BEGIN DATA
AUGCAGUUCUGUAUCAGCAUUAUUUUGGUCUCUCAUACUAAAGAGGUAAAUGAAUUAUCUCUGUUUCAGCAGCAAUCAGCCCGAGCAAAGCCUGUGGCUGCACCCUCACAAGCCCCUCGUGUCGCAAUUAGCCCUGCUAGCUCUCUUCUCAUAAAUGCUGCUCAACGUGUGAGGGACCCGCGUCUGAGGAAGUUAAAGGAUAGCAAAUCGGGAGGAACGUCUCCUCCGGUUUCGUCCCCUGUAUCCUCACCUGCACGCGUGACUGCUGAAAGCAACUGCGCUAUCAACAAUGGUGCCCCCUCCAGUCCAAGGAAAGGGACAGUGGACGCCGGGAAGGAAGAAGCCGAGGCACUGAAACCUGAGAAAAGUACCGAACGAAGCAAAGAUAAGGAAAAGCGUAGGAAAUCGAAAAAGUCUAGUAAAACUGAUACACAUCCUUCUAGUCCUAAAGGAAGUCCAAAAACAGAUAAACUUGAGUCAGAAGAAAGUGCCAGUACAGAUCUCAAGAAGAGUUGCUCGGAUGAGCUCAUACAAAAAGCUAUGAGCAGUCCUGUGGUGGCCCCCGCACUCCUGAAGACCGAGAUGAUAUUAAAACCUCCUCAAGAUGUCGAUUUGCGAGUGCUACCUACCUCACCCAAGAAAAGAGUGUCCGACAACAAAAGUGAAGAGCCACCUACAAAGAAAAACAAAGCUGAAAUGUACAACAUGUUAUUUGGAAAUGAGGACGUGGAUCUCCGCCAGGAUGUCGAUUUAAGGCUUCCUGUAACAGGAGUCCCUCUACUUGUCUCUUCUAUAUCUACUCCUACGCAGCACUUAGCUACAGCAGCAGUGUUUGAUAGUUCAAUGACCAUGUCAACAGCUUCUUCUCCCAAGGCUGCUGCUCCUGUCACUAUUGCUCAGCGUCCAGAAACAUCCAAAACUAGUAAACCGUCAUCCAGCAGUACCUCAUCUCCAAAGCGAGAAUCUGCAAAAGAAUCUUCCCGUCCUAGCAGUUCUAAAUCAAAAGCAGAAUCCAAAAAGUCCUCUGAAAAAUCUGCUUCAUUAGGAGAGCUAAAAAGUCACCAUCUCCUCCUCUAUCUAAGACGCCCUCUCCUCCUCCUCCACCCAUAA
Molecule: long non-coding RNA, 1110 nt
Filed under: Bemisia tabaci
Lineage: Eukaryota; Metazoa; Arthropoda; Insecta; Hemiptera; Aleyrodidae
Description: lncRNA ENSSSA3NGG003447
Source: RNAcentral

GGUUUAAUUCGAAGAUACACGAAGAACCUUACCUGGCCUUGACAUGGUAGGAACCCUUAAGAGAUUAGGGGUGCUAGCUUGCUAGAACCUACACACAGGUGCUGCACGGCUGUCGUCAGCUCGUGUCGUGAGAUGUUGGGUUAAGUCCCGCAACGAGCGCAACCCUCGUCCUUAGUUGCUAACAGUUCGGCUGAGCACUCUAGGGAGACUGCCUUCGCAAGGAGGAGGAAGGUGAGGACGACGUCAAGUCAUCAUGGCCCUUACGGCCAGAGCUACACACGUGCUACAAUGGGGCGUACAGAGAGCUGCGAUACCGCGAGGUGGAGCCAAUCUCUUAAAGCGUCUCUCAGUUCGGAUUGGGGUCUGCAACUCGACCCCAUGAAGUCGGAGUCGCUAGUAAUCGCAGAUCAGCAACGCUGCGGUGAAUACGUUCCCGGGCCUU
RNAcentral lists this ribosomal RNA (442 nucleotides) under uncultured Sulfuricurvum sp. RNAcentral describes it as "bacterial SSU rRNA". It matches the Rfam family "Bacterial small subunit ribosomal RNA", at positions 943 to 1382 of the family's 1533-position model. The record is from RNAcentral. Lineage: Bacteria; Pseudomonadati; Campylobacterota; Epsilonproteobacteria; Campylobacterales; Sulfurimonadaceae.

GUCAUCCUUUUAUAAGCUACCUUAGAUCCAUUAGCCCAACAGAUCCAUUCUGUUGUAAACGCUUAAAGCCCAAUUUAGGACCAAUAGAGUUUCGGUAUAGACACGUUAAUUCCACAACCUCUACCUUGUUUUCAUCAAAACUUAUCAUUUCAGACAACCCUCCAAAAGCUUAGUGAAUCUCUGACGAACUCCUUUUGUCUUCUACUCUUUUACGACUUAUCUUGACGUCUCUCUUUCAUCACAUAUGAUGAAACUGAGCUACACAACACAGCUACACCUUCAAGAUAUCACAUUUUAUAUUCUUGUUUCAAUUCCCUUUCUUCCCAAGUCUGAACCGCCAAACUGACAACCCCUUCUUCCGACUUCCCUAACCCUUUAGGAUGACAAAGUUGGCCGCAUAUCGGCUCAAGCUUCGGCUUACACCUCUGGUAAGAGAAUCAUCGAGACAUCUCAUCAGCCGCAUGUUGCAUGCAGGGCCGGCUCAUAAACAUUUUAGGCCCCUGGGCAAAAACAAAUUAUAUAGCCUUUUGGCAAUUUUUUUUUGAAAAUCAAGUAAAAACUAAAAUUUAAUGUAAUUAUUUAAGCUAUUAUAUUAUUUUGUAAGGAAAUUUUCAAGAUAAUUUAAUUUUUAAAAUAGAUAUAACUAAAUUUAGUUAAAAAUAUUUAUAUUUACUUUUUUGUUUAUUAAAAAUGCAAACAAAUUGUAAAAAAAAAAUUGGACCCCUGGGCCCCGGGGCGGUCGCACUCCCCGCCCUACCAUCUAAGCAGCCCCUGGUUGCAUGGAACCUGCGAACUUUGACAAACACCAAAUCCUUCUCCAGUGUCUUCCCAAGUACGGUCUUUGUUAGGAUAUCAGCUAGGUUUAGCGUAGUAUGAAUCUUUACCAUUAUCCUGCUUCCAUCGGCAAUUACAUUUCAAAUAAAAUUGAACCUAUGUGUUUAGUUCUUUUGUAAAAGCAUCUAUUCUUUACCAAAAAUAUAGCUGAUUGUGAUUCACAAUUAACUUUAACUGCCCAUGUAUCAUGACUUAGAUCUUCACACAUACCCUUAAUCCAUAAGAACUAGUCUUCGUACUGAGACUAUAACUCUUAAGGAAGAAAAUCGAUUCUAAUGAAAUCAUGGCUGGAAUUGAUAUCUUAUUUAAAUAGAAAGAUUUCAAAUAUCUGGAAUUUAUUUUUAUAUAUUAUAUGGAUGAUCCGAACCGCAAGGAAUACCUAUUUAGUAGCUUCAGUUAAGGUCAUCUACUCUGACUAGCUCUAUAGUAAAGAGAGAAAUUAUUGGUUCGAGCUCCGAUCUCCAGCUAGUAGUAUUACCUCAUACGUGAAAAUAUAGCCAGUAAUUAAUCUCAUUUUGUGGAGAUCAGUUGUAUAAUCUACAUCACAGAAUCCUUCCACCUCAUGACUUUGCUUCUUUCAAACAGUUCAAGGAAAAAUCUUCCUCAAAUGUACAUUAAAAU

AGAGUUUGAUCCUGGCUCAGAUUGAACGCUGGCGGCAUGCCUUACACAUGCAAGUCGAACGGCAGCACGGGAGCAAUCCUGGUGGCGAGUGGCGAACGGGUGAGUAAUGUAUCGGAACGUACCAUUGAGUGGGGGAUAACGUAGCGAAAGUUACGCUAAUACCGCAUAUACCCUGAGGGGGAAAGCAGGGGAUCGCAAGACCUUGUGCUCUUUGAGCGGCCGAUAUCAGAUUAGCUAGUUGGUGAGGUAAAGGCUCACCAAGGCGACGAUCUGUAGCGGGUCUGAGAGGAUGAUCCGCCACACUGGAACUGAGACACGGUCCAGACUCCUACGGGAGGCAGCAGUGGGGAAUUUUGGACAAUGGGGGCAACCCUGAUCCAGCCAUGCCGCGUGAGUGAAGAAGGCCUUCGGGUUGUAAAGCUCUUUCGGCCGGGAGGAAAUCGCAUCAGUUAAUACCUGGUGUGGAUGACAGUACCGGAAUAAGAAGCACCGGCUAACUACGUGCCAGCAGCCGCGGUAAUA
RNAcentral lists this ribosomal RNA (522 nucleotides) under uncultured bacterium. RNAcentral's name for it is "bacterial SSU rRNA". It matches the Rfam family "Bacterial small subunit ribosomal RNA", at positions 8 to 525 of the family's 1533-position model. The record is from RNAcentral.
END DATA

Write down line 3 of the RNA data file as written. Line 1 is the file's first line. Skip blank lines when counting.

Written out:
Filed under: Bemisia tabaci